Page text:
Italy in the 2006 World Baseball Classic

By Baldassaro, Lawrence | Nine, Spring 2007 | Go to article overview

Italy in the 2006 World Baseball Classic


Baldassaro, Lawrence, Nine


Before boarding my flight from Milwaukee to Orlando, where I would serve as the interpreter for Team Italy in the World Baseball Classic, I purchased a copy of USA Today Sports Weekly. There on the cover--beneath a photo of Albert Pujols of the Dominican Republic team, his right arm resting on a globe--was the question: "Will it be a Classic or a Clunker?" That pretty much summed up the uncertainty that characterized the lead-up to this first-ever worldwide experiment in professional baseball competition. Numerous skeptics questioned everything about the Classic: its spring-training timing, the risk of injury, the level of fan interest, even the very concept itself.

Italy's first game was scheduled for the evening of March 7. Earlier that day, I had the chance to see the match-up between Venezuela and the Dominican Republic in the opening game of the Orlando pool. If there were any skeptics in the stands or in the press box that day, at least some of their doubts about the Classic must have been exorcized. Two hours before the first pitch, more than ten thousand flag-wearing, horn-tooting fans of both teams crowded into The Ballpark at Disney's Wide World of Sports. It was World Cup fever breaking out on a baseball diamond; there was no doubt that this game was, to them, a matter of intense national pride. (Only four weeks earlier the Caracas Lions, representing Venezuela, had defeated the Licey Tigers of the Dominican Republic in the Caribbean Series.)

But were the players as passionate about the rivalry as the fans? After the opening game--which the Dominicans, powered by 2 home runs each from David Ortiz and Adrian Beltre, won 11-5--I spoke with Bill Castro, the Milwaukee Brewers' bullpen coach who was serving as the Dominican pitching coach. He admitted to some skepticism of his own, wondering beforehand whether these highly paid superstars would be more concerned about how much playing time they would get or where they would hit in the order than about winning as a team. Those doubts disappeared, he told me, during the first team meeting when Albert Pujols stood up and said that nobody should be concerned about individual stats or personal achievement; the only thing that mattered was the name on the front of their jersey. "At that point," said Castro, "I wasn't worried any more." He knew that the players were there not for money or for rings but for the chance to represent their respective countries.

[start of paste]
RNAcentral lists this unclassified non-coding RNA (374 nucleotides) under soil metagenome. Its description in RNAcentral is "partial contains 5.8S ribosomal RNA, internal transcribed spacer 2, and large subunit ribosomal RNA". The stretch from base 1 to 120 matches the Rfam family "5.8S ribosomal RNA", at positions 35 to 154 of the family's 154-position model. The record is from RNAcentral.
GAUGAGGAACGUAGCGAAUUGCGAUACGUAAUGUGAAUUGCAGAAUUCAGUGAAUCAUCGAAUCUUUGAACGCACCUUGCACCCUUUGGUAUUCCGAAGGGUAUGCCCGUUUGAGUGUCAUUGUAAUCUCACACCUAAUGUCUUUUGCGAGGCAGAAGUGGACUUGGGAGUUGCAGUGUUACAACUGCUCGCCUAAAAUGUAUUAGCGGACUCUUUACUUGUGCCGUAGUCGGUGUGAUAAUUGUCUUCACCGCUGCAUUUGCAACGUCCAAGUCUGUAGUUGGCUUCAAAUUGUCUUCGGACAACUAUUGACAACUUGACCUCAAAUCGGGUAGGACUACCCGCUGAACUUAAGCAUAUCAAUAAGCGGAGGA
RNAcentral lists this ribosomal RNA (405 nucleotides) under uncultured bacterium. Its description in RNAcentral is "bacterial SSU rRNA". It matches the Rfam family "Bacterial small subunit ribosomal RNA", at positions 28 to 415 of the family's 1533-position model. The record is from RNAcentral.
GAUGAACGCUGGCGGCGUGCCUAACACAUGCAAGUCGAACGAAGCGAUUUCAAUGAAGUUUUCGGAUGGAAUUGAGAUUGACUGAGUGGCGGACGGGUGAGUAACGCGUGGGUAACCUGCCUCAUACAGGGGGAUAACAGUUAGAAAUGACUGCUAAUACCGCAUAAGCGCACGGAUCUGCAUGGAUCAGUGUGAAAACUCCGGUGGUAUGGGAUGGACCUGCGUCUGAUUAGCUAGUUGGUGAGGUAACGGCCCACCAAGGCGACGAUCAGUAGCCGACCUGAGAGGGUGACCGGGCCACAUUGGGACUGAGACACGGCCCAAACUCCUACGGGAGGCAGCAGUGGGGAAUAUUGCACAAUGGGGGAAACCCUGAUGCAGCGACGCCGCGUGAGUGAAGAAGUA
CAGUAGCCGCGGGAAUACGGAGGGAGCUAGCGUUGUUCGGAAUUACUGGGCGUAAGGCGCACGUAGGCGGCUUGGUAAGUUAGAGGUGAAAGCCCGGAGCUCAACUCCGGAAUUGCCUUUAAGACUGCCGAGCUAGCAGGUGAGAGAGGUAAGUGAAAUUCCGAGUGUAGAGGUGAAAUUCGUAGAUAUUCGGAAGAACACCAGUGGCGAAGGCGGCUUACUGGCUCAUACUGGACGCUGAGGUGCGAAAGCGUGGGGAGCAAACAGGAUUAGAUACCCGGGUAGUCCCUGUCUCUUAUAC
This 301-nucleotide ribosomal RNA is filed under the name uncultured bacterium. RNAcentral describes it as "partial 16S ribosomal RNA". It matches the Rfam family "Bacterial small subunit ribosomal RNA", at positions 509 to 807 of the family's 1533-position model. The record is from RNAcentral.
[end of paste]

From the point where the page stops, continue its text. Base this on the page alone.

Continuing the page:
One of the pre-Classic skeptics, Hal Bodley of USA Today, recanted after watching that first game. "I was wrong," he wrote. "You had to be in this ballpark Tuesday to feel the electricity, the passion the fans for these two countries brought to the party."

The atmosphere was more subdued that evening when Italy faced Australia in its first contest, though the game did draw 8,099 fans. Some skeptics had also questioned the inclusion of Italy as one of the sixteen teams selected for the World Baseball Classic. To them, "Italian baseball" qualified as a sports oxymoron, something akin to the "Jamaican bobsled team." But the Italian national team had established its credentials in international competition, qualifying for all four of the Olympic games in which baseball has been a medal sport and dominating other countries in European competition.

Nevertheless, officials of the Italian Baseball Federation believed that there was not yet enough homegrown talent to enable Italy to be competitive in the tournament, which included many of the greatest players in the game. They therefore put together a roster that included five native Italians and twenty-five Americans of Italian descent with Major or Minor League experience. (American-born players had to prove they were eligible to apply for Italian citizenship to qualify for the team.) Seven of the thirty players had spent at least some time in the Majors, including Frank Catalanotto, Frank Menechino, and Jason Grilli. Their marquee player, of course, was Mike Piazza, considered by many to be the greatest-hitting catcher in the history of the game. …

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